• isellhondasisellhondas Issaquah WashingtonPosts: 19,603

    You drove a Hyundai and loved it??
  • pocahontaspocahontas Posts: 802
    Hello Mr. Honda
    Okay, Hyundai would not be my first choice, but not everyone can afford a Honda. And, actually, Hyundai does make a much better product than it used to. I drove an elantra the other day; it was pretty decent... the interior/seats were attractive/comfortable, and the ride was smooth. byw, seats are comfortable than the Accord...;-)

    If you're going to buy a rental car from Enterprise, see if they can show you the service records. I know that Hertz will do that.
    As for possible prior abuse, sure there's no guarantee that the car may not have been abused..., however if that were such a common problem as speculated by some of the posts here, I'm sure we'd be seeing more topic subjects at town hall on this very matter; and coming from ACTUAL car rental/resale owners... right? So far, I have not seen a singe topic here about: "My rental car resale is a lemon because of prior abuse..." The only posts about this concern are from people speculating... and reminiscing about their wild youth... and their own rental car abuse.

    If you want to guarantee that your car has had not prior abuse, buy a NEW car. A well made car is made to take a certain amount of abuse..., I'd be more concerned about the reputation of the Make/Model. Have a mechanic inspect your prospective car carefully, and check out the service records. If the price is right, go for it.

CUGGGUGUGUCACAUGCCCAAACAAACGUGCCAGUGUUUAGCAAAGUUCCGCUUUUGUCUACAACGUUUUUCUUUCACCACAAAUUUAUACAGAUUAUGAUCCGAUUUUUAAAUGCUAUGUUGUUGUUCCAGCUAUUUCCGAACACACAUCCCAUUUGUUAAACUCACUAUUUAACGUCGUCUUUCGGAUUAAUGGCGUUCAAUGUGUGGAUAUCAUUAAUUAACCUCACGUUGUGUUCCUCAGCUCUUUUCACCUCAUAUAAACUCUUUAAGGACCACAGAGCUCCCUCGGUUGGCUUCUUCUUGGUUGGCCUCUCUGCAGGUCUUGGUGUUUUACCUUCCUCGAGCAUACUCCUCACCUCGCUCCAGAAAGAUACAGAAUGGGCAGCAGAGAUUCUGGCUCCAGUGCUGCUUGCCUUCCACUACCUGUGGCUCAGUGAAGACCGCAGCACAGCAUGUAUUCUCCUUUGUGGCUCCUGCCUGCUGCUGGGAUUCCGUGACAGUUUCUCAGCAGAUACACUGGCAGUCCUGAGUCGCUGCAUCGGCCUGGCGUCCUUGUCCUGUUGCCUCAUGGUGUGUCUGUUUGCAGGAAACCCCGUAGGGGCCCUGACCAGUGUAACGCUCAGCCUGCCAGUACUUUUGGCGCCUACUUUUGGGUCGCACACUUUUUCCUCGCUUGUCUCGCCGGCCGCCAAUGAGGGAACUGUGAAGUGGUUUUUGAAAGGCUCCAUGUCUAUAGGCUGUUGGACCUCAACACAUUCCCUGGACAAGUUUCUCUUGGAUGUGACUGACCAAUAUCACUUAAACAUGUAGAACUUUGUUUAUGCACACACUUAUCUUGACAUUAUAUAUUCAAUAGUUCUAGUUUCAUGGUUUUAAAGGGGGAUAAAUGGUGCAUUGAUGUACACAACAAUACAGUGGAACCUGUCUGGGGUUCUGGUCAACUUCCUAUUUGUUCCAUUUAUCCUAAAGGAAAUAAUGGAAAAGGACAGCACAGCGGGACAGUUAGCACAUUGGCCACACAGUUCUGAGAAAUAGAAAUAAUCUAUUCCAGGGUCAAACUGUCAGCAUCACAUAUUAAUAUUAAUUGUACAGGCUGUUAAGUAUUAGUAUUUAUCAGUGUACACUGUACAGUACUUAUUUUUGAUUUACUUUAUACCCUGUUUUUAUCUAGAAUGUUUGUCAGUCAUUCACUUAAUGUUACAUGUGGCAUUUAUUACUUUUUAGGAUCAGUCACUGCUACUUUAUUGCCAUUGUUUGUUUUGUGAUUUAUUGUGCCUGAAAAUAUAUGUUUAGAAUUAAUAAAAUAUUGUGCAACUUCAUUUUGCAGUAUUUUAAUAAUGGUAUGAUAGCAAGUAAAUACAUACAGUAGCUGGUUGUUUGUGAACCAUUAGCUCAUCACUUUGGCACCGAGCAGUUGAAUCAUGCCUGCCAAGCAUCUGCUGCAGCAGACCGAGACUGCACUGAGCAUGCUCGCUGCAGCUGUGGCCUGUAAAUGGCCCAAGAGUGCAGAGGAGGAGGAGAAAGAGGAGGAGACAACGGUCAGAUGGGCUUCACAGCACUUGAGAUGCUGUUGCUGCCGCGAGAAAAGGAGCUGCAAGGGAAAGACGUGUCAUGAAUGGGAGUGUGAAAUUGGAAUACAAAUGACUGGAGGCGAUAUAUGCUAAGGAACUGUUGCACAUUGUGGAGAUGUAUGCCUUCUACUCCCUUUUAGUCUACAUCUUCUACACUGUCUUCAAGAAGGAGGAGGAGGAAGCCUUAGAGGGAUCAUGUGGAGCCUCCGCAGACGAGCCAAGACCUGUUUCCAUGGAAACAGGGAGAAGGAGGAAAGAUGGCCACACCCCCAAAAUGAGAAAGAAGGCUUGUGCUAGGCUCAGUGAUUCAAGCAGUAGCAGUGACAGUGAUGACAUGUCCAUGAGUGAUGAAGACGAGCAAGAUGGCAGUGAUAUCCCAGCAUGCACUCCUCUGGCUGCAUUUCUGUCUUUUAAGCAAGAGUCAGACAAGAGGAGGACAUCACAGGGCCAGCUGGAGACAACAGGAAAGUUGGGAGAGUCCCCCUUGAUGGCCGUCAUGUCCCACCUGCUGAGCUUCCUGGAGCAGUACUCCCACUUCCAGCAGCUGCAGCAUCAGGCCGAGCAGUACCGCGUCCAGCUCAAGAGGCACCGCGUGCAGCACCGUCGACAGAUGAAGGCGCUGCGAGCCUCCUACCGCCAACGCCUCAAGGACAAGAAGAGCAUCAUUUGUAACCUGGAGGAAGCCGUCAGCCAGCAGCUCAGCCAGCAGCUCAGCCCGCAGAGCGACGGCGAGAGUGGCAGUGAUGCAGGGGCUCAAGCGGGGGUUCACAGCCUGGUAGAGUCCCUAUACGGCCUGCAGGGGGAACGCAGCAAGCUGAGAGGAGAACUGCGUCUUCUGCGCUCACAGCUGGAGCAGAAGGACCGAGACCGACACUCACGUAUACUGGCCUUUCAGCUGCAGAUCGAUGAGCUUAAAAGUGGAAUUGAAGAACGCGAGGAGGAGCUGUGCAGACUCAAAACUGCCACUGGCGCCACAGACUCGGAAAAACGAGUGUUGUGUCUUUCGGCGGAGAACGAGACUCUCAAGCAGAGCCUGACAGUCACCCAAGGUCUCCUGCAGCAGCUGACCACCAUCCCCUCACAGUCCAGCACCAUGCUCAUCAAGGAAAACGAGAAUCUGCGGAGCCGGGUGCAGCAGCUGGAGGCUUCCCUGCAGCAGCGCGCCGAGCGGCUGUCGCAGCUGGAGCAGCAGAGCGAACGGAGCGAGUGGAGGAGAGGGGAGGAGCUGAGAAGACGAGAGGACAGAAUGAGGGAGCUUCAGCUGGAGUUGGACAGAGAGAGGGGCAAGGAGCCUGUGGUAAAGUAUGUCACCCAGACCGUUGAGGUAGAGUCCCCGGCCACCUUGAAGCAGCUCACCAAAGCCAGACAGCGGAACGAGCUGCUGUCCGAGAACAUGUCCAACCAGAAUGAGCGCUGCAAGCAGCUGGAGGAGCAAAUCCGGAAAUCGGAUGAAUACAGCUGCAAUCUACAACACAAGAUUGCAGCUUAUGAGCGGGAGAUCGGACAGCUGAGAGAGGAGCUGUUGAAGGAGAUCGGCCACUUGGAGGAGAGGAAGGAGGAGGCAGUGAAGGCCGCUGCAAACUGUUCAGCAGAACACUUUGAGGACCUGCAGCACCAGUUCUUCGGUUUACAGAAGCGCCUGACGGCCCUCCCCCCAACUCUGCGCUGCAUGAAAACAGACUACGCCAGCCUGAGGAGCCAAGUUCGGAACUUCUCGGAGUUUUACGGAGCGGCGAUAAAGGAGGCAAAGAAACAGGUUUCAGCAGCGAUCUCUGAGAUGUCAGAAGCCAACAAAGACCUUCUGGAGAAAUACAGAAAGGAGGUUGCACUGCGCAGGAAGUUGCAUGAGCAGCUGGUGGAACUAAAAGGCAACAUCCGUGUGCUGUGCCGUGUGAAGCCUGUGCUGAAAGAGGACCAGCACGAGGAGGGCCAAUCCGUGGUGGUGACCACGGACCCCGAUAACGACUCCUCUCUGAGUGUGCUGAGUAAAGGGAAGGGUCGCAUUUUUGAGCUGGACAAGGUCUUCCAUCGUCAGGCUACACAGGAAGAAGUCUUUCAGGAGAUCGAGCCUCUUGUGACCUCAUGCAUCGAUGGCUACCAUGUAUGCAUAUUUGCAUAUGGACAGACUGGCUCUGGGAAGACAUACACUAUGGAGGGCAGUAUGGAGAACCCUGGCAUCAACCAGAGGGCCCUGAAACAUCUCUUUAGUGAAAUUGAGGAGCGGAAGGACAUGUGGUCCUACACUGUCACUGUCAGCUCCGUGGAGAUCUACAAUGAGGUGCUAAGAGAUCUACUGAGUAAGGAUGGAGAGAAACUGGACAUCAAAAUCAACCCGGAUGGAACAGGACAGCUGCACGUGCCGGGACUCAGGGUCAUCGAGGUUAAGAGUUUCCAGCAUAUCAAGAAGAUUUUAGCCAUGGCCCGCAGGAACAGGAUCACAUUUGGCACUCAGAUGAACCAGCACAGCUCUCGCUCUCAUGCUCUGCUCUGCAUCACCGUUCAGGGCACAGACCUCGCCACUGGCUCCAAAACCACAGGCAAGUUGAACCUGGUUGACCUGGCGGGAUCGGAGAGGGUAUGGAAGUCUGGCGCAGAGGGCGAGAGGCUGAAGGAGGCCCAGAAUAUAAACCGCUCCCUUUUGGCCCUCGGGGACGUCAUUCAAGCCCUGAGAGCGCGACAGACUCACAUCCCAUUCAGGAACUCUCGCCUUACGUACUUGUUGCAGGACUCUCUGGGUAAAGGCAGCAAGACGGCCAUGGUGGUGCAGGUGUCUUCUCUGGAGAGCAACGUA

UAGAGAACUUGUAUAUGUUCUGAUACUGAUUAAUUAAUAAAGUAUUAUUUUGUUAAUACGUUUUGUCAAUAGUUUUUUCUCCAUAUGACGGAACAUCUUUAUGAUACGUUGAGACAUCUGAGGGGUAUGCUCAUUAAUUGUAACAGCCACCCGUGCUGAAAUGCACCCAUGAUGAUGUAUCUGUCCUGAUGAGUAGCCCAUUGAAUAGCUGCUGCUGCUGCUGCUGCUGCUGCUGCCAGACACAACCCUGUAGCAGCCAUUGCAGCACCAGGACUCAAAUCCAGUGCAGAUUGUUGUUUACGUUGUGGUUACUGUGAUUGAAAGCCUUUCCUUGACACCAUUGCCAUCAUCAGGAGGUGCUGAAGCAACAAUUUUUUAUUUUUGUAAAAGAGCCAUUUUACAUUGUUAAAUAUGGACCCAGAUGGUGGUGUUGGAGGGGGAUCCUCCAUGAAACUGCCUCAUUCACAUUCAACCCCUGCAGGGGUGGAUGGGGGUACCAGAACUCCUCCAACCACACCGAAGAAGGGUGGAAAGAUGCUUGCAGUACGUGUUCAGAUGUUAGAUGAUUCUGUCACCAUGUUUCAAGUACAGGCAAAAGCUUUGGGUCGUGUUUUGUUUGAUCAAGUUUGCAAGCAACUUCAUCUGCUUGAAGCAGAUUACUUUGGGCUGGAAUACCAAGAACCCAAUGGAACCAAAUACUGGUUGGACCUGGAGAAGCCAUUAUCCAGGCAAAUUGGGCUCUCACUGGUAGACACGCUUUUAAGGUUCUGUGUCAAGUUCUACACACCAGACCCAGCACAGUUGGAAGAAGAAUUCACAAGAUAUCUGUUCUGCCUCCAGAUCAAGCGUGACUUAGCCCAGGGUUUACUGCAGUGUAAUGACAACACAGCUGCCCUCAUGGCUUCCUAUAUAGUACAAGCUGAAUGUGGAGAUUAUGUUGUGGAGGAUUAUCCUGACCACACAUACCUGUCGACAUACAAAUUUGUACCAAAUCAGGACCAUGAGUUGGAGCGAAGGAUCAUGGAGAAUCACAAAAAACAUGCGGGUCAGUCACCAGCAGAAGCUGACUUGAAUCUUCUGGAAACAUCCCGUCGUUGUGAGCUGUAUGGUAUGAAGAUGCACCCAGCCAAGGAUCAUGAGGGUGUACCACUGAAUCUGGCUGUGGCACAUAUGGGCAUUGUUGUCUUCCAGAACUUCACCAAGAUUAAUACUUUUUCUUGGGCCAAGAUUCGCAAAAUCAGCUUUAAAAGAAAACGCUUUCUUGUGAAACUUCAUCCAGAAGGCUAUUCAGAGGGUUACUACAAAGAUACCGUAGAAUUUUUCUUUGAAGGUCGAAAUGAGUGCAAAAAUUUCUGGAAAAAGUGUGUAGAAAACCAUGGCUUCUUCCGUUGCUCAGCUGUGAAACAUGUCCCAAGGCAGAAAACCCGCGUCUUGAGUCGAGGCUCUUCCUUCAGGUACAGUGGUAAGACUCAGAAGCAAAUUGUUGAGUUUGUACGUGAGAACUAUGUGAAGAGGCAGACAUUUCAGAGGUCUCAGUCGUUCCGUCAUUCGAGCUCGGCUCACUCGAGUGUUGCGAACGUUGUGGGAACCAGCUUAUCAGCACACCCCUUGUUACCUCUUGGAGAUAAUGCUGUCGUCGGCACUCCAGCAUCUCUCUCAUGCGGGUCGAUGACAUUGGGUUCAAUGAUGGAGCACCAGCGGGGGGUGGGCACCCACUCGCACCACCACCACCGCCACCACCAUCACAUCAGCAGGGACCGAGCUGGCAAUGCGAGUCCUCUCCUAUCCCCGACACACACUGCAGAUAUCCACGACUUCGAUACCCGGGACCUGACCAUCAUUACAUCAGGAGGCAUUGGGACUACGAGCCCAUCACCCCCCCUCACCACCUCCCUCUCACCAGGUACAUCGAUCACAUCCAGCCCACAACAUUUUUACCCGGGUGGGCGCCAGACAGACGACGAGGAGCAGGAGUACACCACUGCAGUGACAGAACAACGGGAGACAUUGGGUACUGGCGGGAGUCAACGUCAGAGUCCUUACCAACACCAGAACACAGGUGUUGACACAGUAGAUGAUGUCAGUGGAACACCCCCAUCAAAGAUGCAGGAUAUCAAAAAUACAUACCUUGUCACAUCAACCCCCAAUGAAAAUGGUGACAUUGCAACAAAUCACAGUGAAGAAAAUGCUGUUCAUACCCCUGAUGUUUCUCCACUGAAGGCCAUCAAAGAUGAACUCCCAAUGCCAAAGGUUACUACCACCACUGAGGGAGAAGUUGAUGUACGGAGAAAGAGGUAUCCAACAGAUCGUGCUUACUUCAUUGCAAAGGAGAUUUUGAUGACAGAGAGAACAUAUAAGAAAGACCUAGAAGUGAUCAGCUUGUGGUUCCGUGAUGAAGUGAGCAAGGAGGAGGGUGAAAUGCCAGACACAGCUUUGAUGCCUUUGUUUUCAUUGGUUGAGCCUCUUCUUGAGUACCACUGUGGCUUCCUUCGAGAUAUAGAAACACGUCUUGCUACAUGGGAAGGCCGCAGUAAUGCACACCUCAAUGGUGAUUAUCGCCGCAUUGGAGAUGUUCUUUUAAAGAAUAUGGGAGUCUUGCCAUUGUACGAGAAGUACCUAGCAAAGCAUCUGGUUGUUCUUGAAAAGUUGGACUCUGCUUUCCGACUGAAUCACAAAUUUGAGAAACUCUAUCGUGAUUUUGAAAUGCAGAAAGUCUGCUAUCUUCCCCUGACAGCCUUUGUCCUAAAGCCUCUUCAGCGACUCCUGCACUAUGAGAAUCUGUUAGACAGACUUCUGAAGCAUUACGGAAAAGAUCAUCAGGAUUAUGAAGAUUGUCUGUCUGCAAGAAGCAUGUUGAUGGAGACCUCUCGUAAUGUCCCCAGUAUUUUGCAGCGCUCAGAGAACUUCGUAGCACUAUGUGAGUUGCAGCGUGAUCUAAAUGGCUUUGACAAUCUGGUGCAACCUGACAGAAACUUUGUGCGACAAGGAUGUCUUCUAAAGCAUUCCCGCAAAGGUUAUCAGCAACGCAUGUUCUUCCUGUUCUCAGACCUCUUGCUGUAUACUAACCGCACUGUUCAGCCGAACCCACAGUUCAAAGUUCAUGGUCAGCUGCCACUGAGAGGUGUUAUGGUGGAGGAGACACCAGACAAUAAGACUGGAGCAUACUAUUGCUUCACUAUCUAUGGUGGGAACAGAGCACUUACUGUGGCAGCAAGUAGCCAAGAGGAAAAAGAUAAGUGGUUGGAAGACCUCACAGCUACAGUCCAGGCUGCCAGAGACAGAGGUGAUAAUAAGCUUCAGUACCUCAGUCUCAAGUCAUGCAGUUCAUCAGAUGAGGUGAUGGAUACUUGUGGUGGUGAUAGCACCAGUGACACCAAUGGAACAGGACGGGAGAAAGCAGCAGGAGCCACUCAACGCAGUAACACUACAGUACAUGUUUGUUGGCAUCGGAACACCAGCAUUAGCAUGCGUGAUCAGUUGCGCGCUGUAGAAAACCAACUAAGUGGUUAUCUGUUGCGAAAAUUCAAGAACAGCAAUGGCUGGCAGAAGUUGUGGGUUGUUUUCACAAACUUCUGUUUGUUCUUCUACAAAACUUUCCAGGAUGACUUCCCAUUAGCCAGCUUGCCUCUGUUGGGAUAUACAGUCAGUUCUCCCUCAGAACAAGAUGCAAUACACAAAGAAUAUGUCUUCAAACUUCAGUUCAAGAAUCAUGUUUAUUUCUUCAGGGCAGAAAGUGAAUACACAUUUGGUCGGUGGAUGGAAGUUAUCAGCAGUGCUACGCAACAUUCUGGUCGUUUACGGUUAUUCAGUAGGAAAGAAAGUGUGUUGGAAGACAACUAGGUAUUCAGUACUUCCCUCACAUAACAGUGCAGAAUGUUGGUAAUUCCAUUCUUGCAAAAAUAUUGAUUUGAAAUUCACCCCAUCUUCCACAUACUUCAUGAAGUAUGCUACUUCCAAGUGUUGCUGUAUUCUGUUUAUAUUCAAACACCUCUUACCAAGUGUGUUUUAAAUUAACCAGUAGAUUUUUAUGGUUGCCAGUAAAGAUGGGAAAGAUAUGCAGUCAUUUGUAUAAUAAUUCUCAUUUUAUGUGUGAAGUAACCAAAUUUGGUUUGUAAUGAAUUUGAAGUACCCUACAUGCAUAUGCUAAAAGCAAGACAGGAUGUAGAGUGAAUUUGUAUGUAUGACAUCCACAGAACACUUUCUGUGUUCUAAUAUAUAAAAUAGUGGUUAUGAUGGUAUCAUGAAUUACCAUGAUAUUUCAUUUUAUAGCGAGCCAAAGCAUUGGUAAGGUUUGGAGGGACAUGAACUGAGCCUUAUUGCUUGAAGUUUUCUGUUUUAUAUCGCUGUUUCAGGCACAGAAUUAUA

• corvettecorvette United StatesPosts: 5,582
    > Most people don't rent cars to go from Detroit
    > to Florida.

    Correct; they drive their own.

    > They fly; and it costs much less to fly.

    Also correct--if you have a Valentine One it should only cost you the price of the detector.

    BTW my dad and two coworkers got crammed into a 1996 Accent in Chicago while there for training (company picked the car). Of course it was full with luggage and 3 big guys but it eventually made it up to 80 mph on the interstate, at which point the person in the passenger seat violently jerked the parking brake... nothing happened. Go figure.
  • tdawgtdawg Posts: 1

    How true. I own a previous Hertz car ('93 Mazda MX-3; 12K original miles) and there was not any sign of abuse. The odometer just turned 122,000 miles and the most expensive repairs thus far have been the 60K timing belt changes (roughly $600 to pull the head off this 4 cylinder) and the 7K in damages when a Mercedes hit my parked car back in '95. You can't go wrong with buying previous rental cars because they sell them with a major balance of the warranty still intact. If any big problems arise, just leave your checkbook at home and drop it off at the dealer.
  • DodgersDodgers Posts: 4
    I heard that quite a few rental companies sell cars which were never in service with them. This means that they buy used cars from auctions and other dealerships. I've read numerous rental car ads which welcome trade-ins (which I'm sure they resell on their lots). So, not all cars they sell are from their own retired rental cars with all maintenance records.

    I've rented many cars from Enterprise Rent-A-Car and found most cars are in average to below average condition. One car didn't eve have a gas cap!!!!!! The "best" rental car I drove was the '98 Maxima which convinced me not to buy a new Maxima. I bought a new Accord instead. I kinda wish Honda would sell more cars to rental cars so I can rent them but that would also lower the resale value like it has to Taurus and Camry. 50% of Taurus sales are to fleet (rental co.) compared to 15% Camry and only 5% Accords. No wonder Taurus has horrible resale value and Accords have the best in its class.
  • pocahontaspocahontas Posts: 802
    I'm sure what you say is true about some "rental car companies" ...but this topic is about Hertz resales. And they provide complete service records with all their resales.
This discussion has been closed.